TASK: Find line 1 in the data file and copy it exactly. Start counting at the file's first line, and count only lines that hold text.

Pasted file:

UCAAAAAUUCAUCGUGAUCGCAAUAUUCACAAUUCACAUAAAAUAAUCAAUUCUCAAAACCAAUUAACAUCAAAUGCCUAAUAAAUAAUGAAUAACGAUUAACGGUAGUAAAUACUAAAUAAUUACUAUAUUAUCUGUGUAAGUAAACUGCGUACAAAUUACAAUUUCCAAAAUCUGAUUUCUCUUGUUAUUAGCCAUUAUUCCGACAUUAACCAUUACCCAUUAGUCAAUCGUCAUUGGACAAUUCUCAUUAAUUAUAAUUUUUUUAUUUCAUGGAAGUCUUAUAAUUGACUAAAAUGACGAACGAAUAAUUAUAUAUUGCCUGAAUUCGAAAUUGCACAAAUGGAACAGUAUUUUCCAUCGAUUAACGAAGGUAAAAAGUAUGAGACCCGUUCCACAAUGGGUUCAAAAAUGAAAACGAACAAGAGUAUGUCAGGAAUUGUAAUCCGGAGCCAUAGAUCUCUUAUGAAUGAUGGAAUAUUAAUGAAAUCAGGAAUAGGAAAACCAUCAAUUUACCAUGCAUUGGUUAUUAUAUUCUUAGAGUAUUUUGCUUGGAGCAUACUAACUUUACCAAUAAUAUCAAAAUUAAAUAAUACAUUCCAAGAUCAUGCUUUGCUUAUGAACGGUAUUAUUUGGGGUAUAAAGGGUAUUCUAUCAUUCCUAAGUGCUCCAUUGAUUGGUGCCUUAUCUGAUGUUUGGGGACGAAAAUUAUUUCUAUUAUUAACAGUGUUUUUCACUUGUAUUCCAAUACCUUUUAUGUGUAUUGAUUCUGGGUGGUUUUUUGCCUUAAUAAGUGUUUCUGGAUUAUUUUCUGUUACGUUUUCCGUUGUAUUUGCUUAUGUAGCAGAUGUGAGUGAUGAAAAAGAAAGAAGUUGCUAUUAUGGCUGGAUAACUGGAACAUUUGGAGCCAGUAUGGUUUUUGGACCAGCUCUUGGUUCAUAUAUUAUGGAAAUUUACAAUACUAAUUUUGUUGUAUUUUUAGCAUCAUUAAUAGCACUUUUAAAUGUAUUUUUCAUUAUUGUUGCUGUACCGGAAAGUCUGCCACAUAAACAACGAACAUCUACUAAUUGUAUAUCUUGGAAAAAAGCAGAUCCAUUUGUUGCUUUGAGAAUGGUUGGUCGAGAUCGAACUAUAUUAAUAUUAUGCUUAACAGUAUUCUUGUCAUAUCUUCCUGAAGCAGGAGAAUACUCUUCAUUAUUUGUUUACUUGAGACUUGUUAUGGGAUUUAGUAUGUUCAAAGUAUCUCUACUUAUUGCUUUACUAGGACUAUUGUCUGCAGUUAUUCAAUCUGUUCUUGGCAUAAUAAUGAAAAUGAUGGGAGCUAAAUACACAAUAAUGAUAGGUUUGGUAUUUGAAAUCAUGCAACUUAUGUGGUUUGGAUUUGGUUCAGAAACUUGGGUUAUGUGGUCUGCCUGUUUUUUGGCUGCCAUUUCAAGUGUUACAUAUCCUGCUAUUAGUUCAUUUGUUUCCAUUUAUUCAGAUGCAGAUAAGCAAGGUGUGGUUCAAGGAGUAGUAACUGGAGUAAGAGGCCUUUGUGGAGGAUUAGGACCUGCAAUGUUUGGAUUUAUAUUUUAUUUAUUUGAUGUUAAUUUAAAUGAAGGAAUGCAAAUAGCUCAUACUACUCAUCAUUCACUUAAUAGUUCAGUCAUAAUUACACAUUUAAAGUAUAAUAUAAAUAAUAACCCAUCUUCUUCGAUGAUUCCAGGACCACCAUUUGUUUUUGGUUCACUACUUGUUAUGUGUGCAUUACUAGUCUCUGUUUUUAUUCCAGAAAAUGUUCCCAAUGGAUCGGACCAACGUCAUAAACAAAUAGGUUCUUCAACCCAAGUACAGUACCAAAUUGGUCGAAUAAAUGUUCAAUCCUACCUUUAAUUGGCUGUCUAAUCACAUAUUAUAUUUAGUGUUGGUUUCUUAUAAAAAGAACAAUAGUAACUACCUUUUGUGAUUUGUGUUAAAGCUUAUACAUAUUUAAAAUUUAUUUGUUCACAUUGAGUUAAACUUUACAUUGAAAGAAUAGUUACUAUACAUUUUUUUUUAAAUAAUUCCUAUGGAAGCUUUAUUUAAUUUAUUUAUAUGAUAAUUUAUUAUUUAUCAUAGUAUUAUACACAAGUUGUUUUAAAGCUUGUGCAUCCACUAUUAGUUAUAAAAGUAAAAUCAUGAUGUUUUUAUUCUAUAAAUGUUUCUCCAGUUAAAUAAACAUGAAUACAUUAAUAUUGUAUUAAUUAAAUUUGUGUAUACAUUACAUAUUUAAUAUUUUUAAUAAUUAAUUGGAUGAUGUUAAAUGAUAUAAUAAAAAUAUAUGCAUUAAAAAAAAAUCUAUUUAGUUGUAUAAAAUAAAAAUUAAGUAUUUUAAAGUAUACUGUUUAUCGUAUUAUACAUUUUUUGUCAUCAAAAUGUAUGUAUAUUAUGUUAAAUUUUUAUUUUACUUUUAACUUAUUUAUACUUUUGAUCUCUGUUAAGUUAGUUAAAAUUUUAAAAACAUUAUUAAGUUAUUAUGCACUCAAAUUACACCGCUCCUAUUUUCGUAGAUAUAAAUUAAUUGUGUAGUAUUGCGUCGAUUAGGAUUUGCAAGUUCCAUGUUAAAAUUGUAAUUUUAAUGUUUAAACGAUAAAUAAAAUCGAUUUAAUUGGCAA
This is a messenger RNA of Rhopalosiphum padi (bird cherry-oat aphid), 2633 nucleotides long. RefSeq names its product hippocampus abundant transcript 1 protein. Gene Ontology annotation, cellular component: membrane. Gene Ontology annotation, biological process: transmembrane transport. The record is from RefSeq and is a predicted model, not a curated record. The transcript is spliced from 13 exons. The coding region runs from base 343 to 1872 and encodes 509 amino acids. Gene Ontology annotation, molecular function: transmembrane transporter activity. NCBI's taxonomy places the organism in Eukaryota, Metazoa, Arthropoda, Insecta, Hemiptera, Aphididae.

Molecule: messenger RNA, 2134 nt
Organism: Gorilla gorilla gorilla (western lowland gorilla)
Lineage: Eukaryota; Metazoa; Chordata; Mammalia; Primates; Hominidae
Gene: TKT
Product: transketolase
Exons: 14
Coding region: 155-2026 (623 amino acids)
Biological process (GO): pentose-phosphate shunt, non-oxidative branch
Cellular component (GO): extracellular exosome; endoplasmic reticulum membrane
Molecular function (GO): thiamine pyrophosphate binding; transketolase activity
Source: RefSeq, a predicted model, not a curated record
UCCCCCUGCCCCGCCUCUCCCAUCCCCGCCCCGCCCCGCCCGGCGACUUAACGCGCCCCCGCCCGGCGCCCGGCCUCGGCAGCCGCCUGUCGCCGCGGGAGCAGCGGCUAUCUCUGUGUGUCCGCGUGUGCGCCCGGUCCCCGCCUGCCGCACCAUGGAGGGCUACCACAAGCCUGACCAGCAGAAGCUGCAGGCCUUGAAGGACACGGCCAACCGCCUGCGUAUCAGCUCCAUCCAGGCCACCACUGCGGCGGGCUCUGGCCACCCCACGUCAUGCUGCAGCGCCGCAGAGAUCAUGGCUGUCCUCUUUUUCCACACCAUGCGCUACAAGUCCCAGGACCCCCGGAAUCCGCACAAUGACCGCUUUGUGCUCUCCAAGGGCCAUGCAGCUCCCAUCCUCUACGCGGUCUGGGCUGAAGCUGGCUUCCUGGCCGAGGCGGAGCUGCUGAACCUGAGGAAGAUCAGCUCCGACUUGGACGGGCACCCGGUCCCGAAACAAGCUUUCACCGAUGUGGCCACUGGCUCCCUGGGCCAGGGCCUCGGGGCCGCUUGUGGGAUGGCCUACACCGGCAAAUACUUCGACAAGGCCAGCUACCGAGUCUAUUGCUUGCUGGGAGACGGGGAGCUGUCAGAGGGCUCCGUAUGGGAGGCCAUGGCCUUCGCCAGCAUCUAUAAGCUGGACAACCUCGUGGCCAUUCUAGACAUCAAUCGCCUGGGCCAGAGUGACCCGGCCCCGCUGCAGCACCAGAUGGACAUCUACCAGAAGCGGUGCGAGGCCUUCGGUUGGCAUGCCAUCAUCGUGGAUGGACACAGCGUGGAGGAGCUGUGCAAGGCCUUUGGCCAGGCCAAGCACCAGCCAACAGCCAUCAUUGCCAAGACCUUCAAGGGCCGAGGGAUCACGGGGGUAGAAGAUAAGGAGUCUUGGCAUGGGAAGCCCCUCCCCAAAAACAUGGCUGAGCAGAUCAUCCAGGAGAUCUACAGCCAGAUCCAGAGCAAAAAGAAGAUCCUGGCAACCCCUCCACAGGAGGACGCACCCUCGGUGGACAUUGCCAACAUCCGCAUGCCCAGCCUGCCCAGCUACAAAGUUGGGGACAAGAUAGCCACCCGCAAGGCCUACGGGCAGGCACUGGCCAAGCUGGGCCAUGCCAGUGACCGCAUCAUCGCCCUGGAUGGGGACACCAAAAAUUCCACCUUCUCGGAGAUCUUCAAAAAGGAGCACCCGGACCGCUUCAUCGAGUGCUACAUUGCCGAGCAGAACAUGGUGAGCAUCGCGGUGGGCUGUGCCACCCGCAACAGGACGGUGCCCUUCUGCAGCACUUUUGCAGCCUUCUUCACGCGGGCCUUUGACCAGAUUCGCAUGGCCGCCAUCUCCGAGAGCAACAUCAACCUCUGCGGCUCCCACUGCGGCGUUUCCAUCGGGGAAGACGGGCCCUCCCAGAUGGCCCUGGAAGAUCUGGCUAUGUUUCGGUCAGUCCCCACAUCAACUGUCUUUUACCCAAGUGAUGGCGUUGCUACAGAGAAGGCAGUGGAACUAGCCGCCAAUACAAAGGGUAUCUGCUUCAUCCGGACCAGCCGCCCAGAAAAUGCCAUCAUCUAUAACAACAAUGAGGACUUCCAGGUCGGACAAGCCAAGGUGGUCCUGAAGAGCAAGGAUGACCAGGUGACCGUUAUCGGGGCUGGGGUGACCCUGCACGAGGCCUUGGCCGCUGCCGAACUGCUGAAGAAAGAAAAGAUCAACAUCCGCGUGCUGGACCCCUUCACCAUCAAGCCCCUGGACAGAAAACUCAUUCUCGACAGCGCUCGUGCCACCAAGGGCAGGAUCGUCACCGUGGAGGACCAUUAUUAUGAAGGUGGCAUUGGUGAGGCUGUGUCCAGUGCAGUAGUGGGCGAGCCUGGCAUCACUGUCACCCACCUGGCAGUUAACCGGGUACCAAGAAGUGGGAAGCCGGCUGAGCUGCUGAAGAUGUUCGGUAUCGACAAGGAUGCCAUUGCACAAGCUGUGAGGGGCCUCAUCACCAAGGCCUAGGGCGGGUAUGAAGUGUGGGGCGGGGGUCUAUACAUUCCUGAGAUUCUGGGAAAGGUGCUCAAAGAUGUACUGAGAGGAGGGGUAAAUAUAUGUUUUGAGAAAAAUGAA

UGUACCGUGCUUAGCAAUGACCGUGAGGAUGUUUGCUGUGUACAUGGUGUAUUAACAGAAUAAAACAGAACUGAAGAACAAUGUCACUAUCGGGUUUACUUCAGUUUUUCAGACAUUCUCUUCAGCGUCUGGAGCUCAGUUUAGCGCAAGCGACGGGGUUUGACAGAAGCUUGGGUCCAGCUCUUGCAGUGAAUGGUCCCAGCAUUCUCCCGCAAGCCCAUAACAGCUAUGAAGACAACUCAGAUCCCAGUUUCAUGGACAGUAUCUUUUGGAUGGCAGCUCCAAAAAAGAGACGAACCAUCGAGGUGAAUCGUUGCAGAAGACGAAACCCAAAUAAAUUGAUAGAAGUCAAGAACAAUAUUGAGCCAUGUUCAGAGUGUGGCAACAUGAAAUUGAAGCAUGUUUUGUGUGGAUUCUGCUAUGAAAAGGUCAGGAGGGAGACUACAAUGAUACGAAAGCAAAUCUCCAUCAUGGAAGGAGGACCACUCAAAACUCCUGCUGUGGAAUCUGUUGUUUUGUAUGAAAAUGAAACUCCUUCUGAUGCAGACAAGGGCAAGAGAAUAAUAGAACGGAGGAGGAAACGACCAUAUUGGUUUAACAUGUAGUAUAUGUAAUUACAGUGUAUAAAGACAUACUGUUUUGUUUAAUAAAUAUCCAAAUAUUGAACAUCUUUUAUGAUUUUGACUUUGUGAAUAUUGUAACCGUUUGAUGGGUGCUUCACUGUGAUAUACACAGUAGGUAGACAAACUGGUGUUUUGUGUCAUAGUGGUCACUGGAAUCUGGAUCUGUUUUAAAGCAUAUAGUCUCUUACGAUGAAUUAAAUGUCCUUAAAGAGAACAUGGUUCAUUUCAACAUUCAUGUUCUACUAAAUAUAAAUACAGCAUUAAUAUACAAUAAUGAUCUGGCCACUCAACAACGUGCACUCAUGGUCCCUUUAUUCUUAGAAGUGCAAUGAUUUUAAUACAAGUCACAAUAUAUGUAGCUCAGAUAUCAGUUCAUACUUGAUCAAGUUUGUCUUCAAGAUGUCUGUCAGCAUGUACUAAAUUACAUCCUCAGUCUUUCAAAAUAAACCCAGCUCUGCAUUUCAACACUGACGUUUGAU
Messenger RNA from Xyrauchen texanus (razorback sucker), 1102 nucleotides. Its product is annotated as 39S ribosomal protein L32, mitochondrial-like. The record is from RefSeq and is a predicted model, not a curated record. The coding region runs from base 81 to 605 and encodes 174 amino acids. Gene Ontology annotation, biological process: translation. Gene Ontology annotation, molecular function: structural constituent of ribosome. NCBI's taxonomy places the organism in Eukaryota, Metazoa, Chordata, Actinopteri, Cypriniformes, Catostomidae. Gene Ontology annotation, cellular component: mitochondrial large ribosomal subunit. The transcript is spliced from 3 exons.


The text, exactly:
UCAAAAAUUCAUCGUGAUCGCAAUAUUCACAAUUCACAUAAAAUAAUCAAUUCUCAAAACCAAUUAACAUCAAAUGCCUAAUAAAUAAUGAAUAACGAUUAACGGUAGUAAAUACUAAAUAAUUACUAUAUUAUCUGUGUAAGUAAACUGCGUACAAAUUACAAUUUCCAAAAUCUGAUUUCUCUUGUUAUUAGCCAUUAUUCCGACAUUAACCAUUACCCAUUAGUCAAUCGUCAUUGGACAAUUCUCAUUAAUUAUAAUUUUUUUAUUUCAUGGAAGUCUUAUAAUUGACUAAAAUGACGAACGAAUAAUUAUAUAUUGCCUGAAUUCGAAAUUGCACAAAUGGAACAGUAUUUUCCAUCGAUUAACGAAGGUAAAAAGUAUGAGACCCGUUCCACAAUGGGUUCAAAAAUGAAAACGAACAAGAGUAUGUCAGGAAUUGUAAUCCGGAGCCAUAGAUCUCUUAUGAAUGAUGGAAUAUUAAUGAAAUCAGGAAUAGGAAAACCAUCAAUUUACCAUGCAUUGGUUAUUAUAUUCUUAGAGUAUUUUGCUUGGAGCAUACUAACUUUACCAAUAAUAUCAAAAUUAAAUAAUACAUUCCAAGAUCAUGCUUUGCUUAUGAACGGUAUUAUUUGGGGUAUAAAGGGUAUUCUAUCAUUCCUAAGUGCUCCAUUGAUUGGUGCCUUAUCUGAUGUUUGGGGACGAAAAUUAUUUCUAUUAUUAACAGUGUUUUUCACUUGUAUUCCAAUACCUUUUAUGUGUAUUGAUUCUGGGUGGUUUUUUGCCUUAAUAAGUGUUUCUGGAUUAUUUUCUGUUACGUUUUCCGUUGUAUUUGCUUAUGUAGCAGAUGUGAGUGAUGAAAAAGAAAGAAGUUGCUAUUAUGGCUGGAUAACUGGAACAUUUGGAGCCAGUAUGGUUUUUGGACCAGCUCUUGGUUCAUAUAUUAUGGAAAUUUACAAUACUAAUUUUGUUGUAUUUUUAGCAUCAUUAAUAGCACUUUUAAAUGUAUUUUUCAUUAUUGUUGCUGUACCGGAAAGUCUGCCACAUAAACAACGAACAUCUACUAAUUGUAUAUCUUGGAAAAAAGCAGAUCCAUUUGUUGCUUUGAGAAUGGUUGGUCGAGAUCGAACUAUAUUAAUAUUAUGCUUAACAGUAUUCUUGUCAUAUCUUCCUGAAGCAGGAGAAUACUCUUCAUUAUUUGUUUACUUGAGACUUGUUAUGGGAUUUAGUAUGUUCAAAGUAUCUCUACUUAUUGCUUUACUAGGACUAUUGUCUGCAGUUAUUCAAUCUGUUCUUGGCAUAAUAAUGAAAAUGAUGGGAGCUAAAUACACAAUAAUGAUAGGUUUGGUAUUUGAAAUCAUGCAACUUAUGUGGUUUGGAUUUGGUUCAGAAACUUGGGUUAUGUGGUCUGCCUGUUUUUUGGCUGCCAUUUCAAGUGUUACAUAUCCUGCUAUUAGUUCAUUUGUUUCCAUUUAUUCAGAUGCAGAUAAGCAAGGUGUGGUUCAAGGAGUAGUAACUGGAGUAAGAGGCCUUUGUGGAGGAUUAGGACCUGCAAUGUUUGGAUUUAUAUUUUAUUUAUUUGAUGUUAAUUUAAAUGAAGGAAUGCAAAUAGCUCAUACUACUCAUCAUUCACUUAAUAGUUCAGUCAUAAUUACACAUUUAAAGUAUAAUAUAAAUAAUAACCCAUCUUCUUCGAUGAUUCCAGGACCACCAUUUGUUUUUGGUUCACUACUUGUUAUGUGUGCAUUACUAGUCUCUGUUUUUAUUCCAGAAAAUGUUCCCAAUGGAUCGGACCAACGUCAUAAACAAAUAGGUUCUUCAACCCAAGUACAGUACCAAAUUGGUCGAAUAAAUGUUCAAUCCUACCUUUAAUUGGCUGUCUAAUCACAUAUUAUAUUUAGUGUUGGUUUCUUAUAAAAAGAACAAUAGUAACUACCUUUUGUGAUUUGUGUUAAAGCUUAUACAUAUUUAAAAUUUAUUUGUUCACAUUGAGUUAAACUUUACAUUGAAAGAAUAGUUACUAUACAUUUUUUUUUAAAUAAUUCCUAUGGAAGCUUUAUUUAAUUUAUUUAUAUGAUAAUUUAUUAUUUAUCAUAGUAUUAUACACAAGUUGUUUUAAAGCUUGUGCAUCCACUAUUAGUUAUAAAAGUAAAAUCAUGAUGUUUUUAUUCUAUAAAUGUUUCUCCAGUUAAAUAAACAUGAAUACAUUAAUAUUGUAUUAAUUAAAUUUGUGUAUACAUUACAUAUUUAAUAUUUUUAAUAAUUAAUUGGAUGAUGUUAAAUGAUAUAAUAAAAAUAUAUGCAUUAAAAAAAAAUCUAUUUAGUUGUAUAAAAUAAAAAUUAAGUAUUUUAAAGUAUACUGUUUAUCGUAUUAUACAUUUUUUGUCAUCAAAAUGUAUGUAUAUUAUGUUAAAUUUUUAUUUUACUUUUAACUUAUUUAUACUUUUGAUCUCUGUUAAGUUAGUUAAAAUUUUAAAAACAUUAUUAAGUUAUUAUGCACUCAAAUUACACCGCUCCUAUUUUCGUAGAUAUAAAUUAAUUGUGUAGUAUUGCGUCGAUUAGGAUUUGCAAGUUCCAUGUUAAAAUUGUAAUUUUAAUGUUUAAACGAUAAAUAAAAUCGAUUUAAUUGGCAA